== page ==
Leticia Zamarripa, director of global engagement for Intercultural Programs, said orientation for new international students will not be mandatory this summer but is still highly recommended.
“Orientation is an opportunity to learn about University requirements and resources, and for student engagement. It helps ease the pain of wandering around campus seeking answers to basic questions,” Zamarripa said.
The orientation sessions for new international students will roll out in three phases. The pre-arrival module launched June 1 and provides an overview for international students, including information about housing, transportation and parking, class registration, University support services, and health and financial resources.
“For international students, there’s the additional need to understand how to transition from a different academic system and function in an American university. We want to provide the topics, resources and activities to help them be successful.”
Leticia Zamarripa, director of global engagement for Intercultural Programs at UT Dallas
On June 15, the orientation modules will offer information on health, wellness and safety; University student conduct policies; academic culture; campus events and organizations; academic support services; and University traditions.
Live Teams or Zoom sessions in July and early August will feature an introduction to Intercultural Programs, how to navigate virtual learning, adjusting to life at UT Dallas, maintaining health and well-being, and Career Center resources. Cultural organizations also will offer sessions on the practical side of academic success from the perspective of international students.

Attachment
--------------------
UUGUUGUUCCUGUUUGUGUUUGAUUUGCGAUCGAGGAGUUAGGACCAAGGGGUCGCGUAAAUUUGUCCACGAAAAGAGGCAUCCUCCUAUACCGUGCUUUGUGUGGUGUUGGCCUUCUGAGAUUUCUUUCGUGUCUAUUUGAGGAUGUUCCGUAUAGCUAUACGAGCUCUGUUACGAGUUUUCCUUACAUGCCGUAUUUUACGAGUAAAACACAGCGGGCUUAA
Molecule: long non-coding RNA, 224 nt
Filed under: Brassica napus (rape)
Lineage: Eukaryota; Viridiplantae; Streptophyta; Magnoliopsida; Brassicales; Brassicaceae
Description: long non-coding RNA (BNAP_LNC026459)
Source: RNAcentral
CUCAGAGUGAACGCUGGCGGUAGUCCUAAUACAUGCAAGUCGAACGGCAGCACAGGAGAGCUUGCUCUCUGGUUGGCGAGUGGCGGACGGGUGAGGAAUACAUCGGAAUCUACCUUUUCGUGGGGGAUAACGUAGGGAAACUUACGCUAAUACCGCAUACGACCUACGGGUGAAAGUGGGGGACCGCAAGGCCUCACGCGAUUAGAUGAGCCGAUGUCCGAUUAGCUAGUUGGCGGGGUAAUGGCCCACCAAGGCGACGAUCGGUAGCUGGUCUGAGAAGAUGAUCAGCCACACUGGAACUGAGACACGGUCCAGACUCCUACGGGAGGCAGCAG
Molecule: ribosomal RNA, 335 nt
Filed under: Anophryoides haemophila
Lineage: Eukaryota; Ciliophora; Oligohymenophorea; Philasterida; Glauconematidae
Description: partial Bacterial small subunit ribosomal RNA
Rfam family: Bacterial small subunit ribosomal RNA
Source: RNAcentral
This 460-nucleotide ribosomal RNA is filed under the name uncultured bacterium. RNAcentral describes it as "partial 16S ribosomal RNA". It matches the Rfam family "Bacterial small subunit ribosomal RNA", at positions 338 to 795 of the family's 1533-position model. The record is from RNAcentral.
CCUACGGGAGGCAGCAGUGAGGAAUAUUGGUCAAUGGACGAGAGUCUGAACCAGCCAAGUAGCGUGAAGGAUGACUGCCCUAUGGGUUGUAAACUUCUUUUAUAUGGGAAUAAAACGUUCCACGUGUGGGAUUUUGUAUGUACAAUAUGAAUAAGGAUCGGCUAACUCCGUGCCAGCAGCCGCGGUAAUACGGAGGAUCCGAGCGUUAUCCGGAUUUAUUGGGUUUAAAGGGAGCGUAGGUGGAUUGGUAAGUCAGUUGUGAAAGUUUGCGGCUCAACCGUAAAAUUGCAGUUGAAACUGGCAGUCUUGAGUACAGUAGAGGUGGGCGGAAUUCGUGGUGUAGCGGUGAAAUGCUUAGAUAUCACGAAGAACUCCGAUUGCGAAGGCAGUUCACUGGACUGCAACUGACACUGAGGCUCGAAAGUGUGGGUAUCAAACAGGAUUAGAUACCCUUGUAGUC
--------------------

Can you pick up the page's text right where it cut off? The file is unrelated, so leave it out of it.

Zamarripa said faculty members are expecting new international students to begin their coursework online from home, due to uncertainty with reduced air travel and difficulties in getting visas because the pandemic has closed many embassies and consulates.
Adjusting to the American classroom is part of the orientation material presented to new international students.
COVID-19 also forced the cancellation last spring of several on-campus events that draw thousands of international students, including iWeek, which had a virtual look this year and typically includes a celebration of international music, dance, clothing and food. Intercultural Programs staff maintained live chats with international students through the end of the semester, sometimes having 60 to 80 students at each session.
Staff members are still evaluating the technology they will use for the live stages of orientation later this summer, because not all platforms are available in every country. It’s worth the extra effort, Zamarripa said, because international students especially need the resources orientation provides.
“We really feel orientation is very important for any new student. For international students, there’s the additional need to understand how to transition from a different academic system and function in an American university. We want to provide the topics, resources and activities to help them be successful,” she said.